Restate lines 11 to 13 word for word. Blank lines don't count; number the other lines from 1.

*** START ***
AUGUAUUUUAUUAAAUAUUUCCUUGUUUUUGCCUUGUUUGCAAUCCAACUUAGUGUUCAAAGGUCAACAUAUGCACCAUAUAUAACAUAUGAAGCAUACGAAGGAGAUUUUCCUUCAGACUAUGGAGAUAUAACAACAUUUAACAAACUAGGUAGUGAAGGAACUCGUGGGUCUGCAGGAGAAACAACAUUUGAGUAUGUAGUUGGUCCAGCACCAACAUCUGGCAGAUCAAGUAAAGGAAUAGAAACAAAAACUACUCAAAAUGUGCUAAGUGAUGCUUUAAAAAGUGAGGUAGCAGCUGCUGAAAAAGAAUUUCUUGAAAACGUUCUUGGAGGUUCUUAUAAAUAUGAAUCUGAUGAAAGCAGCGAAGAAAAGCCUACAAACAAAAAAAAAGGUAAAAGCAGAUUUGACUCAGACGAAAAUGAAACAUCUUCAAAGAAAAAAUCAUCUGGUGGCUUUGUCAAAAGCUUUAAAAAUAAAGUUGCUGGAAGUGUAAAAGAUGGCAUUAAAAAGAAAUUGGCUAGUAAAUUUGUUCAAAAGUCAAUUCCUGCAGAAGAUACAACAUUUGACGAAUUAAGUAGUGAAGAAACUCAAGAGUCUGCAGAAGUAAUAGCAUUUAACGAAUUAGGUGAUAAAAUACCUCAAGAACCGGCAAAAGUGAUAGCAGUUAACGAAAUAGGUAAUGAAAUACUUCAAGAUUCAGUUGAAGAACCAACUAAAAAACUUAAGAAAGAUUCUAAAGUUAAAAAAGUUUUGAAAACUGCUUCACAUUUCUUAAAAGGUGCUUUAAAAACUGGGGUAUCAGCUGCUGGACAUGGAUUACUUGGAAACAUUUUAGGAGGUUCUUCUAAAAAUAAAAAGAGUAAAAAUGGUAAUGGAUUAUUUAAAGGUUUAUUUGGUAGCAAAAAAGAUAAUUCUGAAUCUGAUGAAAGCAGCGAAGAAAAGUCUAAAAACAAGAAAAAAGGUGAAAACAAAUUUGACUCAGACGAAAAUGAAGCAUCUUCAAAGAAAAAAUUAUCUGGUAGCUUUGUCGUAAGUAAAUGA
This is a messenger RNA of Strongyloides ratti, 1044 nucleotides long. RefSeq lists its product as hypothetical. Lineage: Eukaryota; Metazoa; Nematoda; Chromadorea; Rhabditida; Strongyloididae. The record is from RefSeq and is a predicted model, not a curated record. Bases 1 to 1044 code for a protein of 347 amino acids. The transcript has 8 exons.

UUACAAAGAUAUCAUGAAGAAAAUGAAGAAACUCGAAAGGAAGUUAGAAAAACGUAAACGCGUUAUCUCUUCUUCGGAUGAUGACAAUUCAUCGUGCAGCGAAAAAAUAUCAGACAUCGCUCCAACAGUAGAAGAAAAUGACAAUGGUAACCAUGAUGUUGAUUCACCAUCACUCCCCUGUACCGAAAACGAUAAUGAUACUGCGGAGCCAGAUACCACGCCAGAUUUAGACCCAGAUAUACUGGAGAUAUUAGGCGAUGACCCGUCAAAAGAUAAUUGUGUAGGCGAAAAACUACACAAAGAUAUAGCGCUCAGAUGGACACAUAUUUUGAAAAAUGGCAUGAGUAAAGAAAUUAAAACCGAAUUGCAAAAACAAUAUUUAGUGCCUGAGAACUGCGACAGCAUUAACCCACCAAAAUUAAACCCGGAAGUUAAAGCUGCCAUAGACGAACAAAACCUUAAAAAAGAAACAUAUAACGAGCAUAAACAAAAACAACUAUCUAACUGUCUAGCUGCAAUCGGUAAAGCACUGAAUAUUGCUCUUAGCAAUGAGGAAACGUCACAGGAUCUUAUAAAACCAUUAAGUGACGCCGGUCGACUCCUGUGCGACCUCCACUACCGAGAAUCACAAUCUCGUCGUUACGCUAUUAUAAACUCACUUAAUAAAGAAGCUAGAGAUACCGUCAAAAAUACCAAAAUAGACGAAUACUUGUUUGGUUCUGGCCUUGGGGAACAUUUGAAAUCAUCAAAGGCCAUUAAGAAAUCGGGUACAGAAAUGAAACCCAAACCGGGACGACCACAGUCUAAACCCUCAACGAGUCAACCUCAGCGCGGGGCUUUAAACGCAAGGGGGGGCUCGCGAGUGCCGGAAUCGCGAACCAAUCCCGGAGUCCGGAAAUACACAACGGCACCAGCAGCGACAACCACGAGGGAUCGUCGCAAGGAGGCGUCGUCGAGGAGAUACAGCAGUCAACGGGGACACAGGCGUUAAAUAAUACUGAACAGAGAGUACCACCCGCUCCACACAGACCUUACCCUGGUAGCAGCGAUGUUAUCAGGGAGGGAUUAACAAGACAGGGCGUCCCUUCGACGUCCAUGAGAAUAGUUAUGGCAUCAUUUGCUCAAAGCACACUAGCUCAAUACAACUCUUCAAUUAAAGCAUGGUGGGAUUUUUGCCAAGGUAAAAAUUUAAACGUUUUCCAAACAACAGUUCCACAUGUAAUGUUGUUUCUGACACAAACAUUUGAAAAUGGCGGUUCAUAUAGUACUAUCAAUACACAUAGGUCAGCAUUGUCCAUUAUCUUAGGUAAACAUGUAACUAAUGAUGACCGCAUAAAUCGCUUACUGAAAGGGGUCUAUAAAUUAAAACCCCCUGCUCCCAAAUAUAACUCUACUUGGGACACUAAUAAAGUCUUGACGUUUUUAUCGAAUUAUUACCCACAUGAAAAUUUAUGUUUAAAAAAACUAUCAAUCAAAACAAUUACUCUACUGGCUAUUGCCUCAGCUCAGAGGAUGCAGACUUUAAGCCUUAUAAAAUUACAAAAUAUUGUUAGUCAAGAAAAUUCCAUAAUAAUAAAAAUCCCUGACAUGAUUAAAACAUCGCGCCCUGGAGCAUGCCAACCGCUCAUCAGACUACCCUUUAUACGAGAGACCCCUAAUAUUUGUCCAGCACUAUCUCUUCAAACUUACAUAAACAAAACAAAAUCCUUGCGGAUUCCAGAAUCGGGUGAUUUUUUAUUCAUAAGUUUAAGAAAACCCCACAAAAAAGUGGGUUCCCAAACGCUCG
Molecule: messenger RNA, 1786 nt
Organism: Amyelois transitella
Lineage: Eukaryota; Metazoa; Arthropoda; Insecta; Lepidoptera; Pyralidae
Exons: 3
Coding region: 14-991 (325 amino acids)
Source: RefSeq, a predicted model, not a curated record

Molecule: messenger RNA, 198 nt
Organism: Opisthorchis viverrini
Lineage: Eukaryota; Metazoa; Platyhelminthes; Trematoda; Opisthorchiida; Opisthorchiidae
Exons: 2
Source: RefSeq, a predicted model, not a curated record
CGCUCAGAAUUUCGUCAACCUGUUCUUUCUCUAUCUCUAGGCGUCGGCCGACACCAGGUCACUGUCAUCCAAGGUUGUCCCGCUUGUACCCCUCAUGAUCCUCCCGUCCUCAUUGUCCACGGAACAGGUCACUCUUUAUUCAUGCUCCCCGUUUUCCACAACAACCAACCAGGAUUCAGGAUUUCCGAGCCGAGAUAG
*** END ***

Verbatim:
Organism: Opisthorchis viverrini
Lineage: Eukaryota; Metazoa; Platyhelminthes; Trematoda; Opisthorchiida; Opisthorchiidae
Exons: 2